[0023] It is important that the WTS automation be fast and reliable so that the bench has a constant supply of wafers readily available for processing. Typically, the industry has seen WTS throughput in the range of 200-300 wph. This means that the WTS in such a scenario can supply the bench with eight to twelve 25-wafer cassettes every hour.

[0024] In order to increase throughput rates, equipment manufacturers have added a buffer to the wafer handling tool. The buffer serves as a storage area for wafers until they are ready to be processed or removed from the tool. This local stock of wafers reduces the risk of the processing system running idle for lack of wafers. U.S. Pat. No. 6,079,927 “Automated wafer buffer for use with wafer processing equipment” shows one approach for stocking wafers within their over-sized protective FOUPs at the front-end (operator side) of the WTS. Other systems may provide buffered storage in more space-efficient open cassettes at the back-end of the WTS, nearer the process bench. Separate buffering equipment, due to the physical space it requires, increases the footprint of the entire processing system. It also introduces additional interfacing requirements. However, buffers can significantly increase throughput by being an ever-ready source of wafers for the bench. This trade-off is evaluated by individual chip manufacturers based on their specific process and application requirements. Without regard to the presence or absence of a buffer, or where such optional buffer might reside, it is the task of a WTS to transfer wafers from the FOUP to the process bench and back while presenting each wafer in the proper orientation according to the interface requirements of each port.

[0025] As buffer systems have grown in capacity, they have also grown in physical dimensions. The resulting distances involved in transporting wafers and their cassettes have been traversed using mechanisms appropriate to the dimensions. These mechanisms have included trolleys, and gantry and crane systems. Even robotic carts have been used to cover longer distances guided by wire or tape on floors. Much of the prior art describes such mechanisms as they are used not only for external buffer storage but also within the process automation itself for transferring wafers from one process station to the next.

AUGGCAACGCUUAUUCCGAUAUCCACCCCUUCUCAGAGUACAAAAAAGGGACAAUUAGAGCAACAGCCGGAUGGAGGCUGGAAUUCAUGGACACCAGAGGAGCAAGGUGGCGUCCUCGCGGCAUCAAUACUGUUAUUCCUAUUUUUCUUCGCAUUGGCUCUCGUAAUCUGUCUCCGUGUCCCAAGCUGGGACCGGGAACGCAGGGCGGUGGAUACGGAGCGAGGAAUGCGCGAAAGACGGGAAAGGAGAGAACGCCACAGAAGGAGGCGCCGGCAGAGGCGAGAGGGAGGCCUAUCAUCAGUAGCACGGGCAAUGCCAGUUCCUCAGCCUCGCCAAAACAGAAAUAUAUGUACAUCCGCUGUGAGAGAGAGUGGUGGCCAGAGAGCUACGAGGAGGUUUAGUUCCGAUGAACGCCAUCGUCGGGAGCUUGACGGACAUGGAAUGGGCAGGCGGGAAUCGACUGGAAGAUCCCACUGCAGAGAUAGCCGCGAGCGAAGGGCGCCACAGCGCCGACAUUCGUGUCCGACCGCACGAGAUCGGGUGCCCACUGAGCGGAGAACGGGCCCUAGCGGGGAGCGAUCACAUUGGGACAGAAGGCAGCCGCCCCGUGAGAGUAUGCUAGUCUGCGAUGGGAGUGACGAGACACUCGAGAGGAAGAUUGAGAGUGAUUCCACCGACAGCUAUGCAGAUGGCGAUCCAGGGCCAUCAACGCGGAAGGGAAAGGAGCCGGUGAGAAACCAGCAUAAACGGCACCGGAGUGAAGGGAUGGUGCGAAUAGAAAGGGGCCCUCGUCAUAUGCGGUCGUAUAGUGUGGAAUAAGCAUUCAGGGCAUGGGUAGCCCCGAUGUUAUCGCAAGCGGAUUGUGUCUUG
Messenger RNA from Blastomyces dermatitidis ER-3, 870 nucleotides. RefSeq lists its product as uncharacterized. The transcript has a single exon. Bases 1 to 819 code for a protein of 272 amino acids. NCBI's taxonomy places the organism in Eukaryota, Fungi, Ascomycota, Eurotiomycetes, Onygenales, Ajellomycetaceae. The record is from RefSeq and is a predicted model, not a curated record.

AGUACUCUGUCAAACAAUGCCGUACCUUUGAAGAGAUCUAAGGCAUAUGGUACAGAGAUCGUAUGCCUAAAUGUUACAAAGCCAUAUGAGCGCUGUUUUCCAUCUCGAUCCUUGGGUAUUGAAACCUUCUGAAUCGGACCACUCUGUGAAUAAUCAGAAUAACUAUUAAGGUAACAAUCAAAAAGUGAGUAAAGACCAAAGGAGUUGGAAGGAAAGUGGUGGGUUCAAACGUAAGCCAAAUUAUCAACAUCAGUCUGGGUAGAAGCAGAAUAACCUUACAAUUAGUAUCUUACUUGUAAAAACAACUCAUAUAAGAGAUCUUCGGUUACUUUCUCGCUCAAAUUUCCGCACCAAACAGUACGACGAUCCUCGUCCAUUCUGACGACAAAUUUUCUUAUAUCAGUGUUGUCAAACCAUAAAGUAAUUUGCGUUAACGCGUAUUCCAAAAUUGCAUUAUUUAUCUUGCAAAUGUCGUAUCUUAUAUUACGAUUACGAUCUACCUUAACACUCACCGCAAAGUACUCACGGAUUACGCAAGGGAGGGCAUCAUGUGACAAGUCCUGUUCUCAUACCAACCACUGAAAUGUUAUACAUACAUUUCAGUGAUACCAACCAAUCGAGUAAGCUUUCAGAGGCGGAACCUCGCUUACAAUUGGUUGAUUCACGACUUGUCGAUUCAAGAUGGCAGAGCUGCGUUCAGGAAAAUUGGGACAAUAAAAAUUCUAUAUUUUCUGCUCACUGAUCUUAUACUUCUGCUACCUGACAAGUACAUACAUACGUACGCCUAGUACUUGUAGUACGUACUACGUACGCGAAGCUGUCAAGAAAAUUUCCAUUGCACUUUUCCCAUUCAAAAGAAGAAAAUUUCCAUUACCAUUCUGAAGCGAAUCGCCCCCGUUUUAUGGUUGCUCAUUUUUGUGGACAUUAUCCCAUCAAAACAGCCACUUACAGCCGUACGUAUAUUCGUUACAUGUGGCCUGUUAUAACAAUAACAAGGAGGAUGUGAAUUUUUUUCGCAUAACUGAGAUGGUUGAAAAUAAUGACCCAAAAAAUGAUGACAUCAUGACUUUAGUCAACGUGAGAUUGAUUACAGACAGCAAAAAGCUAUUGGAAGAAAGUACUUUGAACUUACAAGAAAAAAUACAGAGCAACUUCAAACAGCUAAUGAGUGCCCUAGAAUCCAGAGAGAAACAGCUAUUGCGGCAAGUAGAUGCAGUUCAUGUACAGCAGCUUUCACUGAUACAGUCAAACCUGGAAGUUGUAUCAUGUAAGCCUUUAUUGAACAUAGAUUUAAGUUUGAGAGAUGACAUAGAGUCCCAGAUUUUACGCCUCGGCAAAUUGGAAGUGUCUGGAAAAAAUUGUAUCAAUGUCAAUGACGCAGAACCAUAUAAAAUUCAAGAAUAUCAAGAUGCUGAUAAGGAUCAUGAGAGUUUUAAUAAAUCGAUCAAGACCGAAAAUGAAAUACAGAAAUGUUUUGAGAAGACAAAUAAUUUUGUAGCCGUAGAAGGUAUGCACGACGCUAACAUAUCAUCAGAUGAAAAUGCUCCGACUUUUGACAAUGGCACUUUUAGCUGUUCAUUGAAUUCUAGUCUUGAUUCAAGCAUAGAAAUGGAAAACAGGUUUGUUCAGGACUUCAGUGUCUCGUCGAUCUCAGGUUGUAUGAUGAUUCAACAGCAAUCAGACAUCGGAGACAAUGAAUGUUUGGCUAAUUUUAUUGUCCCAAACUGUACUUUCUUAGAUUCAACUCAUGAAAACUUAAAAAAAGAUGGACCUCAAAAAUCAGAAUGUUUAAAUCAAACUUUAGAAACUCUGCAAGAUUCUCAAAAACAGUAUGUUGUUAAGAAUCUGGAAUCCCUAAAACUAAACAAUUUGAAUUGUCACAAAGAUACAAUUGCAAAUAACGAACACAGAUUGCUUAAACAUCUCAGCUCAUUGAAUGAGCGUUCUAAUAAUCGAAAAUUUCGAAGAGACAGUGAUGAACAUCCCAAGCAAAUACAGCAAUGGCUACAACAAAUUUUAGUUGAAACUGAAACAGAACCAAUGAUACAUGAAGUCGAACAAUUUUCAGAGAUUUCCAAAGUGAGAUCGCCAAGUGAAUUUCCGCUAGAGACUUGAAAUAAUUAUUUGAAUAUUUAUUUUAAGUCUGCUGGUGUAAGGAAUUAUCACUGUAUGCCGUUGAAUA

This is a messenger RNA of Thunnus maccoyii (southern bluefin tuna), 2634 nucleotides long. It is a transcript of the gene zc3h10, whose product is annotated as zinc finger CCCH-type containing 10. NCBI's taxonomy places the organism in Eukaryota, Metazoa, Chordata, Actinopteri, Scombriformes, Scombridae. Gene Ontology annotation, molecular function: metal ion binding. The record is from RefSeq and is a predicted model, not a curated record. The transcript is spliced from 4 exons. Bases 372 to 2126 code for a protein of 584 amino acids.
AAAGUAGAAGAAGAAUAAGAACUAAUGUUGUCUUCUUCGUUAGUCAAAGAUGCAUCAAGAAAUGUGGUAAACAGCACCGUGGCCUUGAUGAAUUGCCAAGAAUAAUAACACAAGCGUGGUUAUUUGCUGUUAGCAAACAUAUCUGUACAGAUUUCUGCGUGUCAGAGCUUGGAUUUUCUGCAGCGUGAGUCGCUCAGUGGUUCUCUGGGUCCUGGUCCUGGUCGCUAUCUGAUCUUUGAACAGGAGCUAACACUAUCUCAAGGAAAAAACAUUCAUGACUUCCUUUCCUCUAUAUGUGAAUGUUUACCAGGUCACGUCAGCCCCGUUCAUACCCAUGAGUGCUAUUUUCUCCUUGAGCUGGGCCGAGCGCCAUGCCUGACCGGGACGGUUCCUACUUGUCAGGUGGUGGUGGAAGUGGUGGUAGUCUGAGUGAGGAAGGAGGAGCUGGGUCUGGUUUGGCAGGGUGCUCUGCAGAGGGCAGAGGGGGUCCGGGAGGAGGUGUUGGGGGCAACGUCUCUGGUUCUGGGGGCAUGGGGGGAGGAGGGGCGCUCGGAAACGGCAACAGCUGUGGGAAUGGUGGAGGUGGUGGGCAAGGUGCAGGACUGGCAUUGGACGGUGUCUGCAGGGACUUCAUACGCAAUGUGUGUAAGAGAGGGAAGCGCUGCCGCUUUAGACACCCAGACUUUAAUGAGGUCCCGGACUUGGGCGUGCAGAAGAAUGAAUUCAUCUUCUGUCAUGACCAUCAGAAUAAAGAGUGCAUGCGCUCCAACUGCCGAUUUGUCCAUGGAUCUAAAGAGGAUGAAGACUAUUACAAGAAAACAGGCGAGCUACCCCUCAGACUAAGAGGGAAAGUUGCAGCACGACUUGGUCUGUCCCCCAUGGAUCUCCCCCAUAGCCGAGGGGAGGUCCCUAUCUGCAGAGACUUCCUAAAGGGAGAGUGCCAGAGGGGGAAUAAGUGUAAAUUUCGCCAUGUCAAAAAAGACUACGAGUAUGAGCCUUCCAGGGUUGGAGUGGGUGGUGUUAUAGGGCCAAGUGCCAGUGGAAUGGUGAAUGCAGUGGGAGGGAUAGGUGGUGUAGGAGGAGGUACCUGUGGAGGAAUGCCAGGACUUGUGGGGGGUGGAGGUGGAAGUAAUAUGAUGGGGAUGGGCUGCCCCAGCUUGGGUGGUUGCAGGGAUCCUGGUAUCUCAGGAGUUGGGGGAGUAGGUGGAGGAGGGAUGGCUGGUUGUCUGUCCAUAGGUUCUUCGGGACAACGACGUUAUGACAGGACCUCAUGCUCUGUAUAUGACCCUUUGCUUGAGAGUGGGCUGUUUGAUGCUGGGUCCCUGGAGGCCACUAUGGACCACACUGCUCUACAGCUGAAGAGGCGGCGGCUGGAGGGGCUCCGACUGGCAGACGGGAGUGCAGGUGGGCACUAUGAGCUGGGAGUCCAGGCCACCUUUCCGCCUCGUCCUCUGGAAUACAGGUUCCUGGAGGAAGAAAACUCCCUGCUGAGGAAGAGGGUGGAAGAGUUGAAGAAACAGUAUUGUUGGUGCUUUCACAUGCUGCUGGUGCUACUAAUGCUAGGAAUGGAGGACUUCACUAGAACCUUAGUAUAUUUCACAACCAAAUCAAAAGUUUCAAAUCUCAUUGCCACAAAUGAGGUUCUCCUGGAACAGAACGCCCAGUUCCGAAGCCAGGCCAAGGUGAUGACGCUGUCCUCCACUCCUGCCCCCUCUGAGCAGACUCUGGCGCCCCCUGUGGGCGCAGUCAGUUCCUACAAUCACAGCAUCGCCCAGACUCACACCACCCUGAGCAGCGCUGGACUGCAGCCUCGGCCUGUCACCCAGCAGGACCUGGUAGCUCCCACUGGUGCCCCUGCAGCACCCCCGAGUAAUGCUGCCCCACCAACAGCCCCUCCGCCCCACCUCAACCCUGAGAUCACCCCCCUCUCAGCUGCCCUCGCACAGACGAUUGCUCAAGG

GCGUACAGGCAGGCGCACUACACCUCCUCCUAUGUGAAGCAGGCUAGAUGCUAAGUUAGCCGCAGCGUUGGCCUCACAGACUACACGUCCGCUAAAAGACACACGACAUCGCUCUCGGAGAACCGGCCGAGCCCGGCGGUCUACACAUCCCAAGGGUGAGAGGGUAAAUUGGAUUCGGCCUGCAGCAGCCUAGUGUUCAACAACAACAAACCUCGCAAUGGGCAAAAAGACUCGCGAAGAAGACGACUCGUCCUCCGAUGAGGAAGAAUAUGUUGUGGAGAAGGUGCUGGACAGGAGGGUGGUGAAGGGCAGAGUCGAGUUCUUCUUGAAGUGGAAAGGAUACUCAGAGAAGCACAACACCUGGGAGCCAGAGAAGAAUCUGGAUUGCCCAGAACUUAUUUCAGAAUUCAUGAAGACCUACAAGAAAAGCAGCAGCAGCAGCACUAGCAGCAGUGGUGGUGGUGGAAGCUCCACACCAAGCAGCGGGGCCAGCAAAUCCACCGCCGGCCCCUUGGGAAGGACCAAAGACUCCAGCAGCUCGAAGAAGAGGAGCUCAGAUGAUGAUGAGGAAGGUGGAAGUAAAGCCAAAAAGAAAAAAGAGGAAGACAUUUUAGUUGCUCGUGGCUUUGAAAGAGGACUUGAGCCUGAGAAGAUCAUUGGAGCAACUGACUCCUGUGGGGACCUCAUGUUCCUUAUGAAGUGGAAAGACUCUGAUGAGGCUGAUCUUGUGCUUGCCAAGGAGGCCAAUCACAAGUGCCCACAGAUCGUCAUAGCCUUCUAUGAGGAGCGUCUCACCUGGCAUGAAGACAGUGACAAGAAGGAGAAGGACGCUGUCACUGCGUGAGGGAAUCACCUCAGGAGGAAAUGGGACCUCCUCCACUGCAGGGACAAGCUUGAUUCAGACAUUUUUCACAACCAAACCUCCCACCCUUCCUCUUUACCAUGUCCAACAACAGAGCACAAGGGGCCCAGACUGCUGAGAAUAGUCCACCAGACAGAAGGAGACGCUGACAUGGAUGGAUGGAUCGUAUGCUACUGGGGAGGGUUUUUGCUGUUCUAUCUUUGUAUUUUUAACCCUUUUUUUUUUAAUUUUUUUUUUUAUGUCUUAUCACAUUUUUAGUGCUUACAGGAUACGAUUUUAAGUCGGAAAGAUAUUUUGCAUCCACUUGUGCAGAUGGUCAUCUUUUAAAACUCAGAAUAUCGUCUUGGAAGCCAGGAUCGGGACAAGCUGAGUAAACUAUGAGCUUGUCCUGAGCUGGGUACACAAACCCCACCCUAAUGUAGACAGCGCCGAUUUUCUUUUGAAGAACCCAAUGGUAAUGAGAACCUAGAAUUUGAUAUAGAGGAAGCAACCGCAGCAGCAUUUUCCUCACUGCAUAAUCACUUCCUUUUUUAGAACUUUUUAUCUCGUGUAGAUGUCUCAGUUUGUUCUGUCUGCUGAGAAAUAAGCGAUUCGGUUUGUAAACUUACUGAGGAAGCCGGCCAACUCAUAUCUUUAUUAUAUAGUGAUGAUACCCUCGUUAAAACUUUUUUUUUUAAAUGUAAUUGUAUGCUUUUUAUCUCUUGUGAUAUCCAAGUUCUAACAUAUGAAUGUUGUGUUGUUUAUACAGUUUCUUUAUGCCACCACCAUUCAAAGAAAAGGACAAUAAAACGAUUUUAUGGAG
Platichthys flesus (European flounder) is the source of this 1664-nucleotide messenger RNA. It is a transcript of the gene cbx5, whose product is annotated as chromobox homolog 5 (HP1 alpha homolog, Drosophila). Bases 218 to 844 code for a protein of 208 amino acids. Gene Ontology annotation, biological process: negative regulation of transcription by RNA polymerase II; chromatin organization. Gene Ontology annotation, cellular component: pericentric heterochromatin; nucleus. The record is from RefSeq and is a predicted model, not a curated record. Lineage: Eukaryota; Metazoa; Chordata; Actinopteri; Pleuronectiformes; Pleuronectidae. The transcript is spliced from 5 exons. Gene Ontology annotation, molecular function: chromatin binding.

[0026] While high production throughput rates are important to chip manufacturers, so is product quality. Process analysis is a key element in determining the quality of the product that is output from the system. In order to gather data for the process side of the system, it is required that all wafers be subjected to the chemicals in the same manner. This may be accomplished in three ways.

[0027] In a first means, the wafers are introduced to the chemicals in a vertical position as mentioned above. For wet processing applications, this ensures that the liquid flow of chemicals around the wafers is equivalent and that all wafers are exposed to the chemicals for equal amounts of time.

[0028] In a second means, each wafer is manufactured with a 3 mm notch cut into its circumferential edge. Aligning the wafers in the same position relative to a known datum allows the process engineers to analyze similar data for each wafer. Wafers are placed in FOUPs randomly; the wafers are not aligned and the position of the notch is unknown. A notch alignment function may or may not be required, depending on customer or process requirements. When required, it is the responsibility of the WTS to perform notch alignment, ensuring that all wafers are similarly positioned before the bench processes them. Most WTS designs that do provide notch alignment have a separate location for this functionality. Beyond increasing the floorspace requirements, the separate location and the associated moves to transfer the wafer to and from that location affect throughput of the tool and introduce additional potential for damage to the wafer. The added feature of performing notch alignment requires time and extreme caution, which negatively affects throughput rates. However, in order to be sure that a system is producing quality product, notch alignment is becoming an essential feature for achieving quality metrics.

[0029] A third means of safeguarding the quality of the chemical process is to process only cassettes that are fully loaded with wafers. If a cassette is uniformly filled to capacity for each process cycle, it is assumed that chemical flow to each wafer is consistent within each process cycle. Although a FOUP contains 25 slots, they are not always presented to the WTS containing a complete set of wafers. Additional FOUPs can be delivered to the WTS to complete a cassette. Alternately, WTS designs may incorporate test wafer stations that contain filler, or dummy, wafers. The WTS automation can access these wafers and load them into a cassette to reach cassette capacity.

[0030] Basic Operations in the Related Art